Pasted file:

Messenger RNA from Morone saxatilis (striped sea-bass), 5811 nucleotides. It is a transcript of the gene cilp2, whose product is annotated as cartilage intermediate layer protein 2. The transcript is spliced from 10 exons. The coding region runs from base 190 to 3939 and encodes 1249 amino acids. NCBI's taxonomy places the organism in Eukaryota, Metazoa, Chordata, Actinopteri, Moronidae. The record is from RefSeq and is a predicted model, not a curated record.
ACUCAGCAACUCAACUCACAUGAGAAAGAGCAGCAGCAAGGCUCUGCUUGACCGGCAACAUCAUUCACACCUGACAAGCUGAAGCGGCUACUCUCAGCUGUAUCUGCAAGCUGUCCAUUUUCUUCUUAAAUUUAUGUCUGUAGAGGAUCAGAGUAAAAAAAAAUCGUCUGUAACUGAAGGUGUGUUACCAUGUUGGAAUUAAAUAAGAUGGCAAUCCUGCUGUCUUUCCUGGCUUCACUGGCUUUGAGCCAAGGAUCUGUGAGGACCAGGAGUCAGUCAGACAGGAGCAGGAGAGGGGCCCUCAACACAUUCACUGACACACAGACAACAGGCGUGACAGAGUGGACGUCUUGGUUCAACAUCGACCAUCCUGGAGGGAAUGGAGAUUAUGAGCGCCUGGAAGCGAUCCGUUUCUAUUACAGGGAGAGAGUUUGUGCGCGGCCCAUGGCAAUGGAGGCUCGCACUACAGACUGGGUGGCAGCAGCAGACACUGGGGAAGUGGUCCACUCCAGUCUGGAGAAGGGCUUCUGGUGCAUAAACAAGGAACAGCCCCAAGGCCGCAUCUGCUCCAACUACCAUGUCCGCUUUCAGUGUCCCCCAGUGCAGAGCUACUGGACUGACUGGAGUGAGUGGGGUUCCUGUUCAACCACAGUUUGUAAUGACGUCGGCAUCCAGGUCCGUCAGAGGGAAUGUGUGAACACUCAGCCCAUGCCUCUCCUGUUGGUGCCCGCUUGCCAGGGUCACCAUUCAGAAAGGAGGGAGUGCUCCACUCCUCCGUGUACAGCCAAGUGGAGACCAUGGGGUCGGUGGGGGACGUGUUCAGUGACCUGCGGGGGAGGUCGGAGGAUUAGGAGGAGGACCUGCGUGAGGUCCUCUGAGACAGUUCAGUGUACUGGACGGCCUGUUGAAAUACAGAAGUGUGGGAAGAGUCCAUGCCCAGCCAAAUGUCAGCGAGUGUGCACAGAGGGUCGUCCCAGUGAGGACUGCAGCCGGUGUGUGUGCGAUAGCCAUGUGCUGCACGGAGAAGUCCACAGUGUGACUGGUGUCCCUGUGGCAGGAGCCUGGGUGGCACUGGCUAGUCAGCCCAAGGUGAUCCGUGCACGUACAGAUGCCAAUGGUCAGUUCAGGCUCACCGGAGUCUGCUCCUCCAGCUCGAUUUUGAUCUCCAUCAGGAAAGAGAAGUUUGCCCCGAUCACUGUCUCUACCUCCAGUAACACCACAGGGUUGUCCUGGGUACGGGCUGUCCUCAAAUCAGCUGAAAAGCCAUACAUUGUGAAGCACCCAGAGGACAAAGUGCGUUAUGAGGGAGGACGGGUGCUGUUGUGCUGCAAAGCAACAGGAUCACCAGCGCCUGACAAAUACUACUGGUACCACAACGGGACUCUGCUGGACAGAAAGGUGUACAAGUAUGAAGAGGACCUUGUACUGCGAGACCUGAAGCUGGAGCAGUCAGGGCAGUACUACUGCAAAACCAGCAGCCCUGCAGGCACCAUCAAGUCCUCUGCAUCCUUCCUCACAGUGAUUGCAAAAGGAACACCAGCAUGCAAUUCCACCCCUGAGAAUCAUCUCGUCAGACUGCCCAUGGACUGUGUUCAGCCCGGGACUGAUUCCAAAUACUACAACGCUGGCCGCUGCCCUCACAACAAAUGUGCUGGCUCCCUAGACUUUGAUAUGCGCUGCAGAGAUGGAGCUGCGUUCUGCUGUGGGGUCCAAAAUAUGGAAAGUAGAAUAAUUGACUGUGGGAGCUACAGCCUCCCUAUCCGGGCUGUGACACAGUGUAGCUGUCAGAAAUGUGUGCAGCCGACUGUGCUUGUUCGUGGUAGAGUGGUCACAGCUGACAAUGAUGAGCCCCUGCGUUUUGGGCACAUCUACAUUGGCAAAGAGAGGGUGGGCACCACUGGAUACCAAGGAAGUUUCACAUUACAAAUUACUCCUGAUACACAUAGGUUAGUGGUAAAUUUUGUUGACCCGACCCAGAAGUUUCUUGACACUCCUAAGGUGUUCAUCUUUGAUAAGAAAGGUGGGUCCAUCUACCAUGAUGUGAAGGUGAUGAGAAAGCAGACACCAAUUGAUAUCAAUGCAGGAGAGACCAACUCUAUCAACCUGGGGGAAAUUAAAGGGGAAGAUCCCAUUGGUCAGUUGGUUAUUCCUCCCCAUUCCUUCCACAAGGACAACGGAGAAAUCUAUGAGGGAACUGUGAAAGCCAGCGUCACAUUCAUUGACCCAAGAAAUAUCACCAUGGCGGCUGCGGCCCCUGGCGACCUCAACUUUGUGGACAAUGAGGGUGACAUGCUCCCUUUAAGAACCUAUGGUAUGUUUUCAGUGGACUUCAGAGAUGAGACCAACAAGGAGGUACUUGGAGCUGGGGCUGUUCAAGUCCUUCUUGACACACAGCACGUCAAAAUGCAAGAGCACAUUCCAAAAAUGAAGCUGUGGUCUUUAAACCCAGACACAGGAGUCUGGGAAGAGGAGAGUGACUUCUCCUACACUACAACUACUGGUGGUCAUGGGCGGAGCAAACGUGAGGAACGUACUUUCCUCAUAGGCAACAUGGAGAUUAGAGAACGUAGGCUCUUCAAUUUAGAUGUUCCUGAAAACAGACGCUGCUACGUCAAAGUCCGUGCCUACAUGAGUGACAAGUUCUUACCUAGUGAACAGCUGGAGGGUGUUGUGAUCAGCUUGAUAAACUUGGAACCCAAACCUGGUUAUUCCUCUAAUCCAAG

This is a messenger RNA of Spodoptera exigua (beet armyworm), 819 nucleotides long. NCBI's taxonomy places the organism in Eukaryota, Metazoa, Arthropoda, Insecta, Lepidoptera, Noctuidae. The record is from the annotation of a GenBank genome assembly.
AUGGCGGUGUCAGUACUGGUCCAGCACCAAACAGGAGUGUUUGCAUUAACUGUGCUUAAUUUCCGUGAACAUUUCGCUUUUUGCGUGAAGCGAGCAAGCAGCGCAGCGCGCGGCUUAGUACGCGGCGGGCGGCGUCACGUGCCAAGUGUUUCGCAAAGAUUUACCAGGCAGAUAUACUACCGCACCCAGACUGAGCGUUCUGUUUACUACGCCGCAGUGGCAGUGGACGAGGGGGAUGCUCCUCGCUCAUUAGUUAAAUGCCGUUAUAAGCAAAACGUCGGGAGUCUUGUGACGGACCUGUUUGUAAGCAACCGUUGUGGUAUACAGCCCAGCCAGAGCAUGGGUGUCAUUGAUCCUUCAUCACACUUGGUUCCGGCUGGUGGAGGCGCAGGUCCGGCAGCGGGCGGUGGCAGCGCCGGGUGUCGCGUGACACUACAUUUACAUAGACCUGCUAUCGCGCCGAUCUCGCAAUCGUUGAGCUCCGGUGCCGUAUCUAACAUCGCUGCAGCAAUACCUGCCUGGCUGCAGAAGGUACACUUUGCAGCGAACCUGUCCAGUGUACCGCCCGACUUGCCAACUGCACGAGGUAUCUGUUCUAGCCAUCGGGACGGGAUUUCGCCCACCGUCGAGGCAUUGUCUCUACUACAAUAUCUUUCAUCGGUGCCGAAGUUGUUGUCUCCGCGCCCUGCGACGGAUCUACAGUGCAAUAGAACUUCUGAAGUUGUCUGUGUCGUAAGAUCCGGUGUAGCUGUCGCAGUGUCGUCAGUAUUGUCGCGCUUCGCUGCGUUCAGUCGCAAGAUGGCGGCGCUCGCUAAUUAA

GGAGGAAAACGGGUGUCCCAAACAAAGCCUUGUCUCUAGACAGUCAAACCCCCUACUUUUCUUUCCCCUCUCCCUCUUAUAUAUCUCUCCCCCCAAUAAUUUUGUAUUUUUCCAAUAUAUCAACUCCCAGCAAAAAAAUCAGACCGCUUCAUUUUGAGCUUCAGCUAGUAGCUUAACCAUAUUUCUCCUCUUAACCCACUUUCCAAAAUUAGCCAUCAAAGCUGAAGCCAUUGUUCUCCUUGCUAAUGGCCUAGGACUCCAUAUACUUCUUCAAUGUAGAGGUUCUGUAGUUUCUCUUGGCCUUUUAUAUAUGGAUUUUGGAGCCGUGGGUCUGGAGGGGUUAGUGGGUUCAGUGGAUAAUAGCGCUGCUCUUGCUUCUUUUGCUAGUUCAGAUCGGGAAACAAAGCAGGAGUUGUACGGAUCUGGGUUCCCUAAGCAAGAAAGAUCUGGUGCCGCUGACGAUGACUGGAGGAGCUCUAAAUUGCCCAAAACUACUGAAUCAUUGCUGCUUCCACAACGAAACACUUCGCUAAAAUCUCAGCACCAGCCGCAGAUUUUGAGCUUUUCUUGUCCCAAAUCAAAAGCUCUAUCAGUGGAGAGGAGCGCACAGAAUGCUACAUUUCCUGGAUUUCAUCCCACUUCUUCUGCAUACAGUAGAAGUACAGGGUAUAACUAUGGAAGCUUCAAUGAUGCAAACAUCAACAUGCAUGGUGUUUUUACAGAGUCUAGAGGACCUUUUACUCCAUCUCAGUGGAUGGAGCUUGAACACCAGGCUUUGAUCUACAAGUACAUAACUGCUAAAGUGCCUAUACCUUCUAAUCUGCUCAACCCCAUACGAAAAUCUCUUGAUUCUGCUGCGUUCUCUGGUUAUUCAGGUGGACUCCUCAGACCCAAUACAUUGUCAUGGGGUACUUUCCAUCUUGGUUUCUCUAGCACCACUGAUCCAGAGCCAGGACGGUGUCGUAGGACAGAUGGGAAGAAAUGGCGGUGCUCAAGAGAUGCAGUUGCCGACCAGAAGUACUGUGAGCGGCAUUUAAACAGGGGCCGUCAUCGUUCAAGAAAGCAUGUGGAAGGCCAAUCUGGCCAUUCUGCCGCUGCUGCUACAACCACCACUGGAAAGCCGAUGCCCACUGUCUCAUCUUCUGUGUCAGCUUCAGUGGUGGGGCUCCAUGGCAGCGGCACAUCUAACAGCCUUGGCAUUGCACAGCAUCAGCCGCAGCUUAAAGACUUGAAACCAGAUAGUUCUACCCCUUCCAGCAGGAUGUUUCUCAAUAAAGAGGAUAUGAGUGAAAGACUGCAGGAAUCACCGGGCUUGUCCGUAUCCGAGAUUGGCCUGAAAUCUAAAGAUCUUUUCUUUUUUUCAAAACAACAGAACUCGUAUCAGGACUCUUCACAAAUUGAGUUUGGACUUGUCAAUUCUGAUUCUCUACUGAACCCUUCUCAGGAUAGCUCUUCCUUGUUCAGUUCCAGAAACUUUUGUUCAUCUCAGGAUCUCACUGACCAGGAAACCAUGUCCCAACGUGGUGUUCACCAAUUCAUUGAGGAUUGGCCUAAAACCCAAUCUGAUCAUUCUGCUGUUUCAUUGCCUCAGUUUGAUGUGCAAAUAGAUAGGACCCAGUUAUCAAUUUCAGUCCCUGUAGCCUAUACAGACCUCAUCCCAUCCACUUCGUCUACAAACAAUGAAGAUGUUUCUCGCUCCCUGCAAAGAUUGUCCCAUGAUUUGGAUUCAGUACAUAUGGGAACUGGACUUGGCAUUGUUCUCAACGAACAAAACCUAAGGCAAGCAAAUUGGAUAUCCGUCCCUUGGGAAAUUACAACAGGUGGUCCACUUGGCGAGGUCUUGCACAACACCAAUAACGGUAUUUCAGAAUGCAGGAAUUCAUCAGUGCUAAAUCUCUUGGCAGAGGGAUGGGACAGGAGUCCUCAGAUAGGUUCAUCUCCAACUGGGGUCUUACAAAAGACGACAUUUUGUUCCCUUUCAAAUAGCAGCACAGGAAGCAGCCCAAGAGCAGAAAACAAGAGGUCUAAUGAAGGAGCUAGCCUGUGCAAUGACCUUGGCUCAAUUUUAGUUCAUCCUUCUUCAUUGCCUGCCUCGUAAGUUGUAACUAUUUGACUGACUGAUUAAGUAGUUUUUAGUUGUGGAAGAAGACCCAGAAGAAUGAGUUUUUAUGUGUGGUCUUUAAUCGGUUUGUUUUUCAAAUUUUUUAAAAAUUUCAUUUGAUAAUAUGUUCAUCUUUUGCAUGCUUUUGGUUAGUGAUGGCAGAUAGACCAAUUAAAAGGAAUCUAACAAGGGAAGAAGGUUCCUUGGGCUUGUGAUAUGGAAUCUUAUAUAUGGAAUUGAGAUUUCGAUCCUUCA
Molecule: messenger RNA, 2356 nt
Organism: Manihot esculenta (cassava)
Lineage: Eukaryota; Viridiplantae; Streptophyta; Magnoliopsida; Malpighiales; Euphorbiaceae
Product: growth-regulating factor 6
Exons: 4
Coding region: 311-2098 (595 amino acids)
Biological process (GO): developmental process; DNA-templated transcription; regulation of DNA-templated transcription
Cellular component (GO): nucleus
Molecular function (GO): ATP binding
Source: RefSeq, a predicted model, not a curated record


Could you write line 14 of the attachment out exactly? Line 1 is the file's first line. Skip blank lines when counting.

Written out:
Molecular function (GO): ATP binding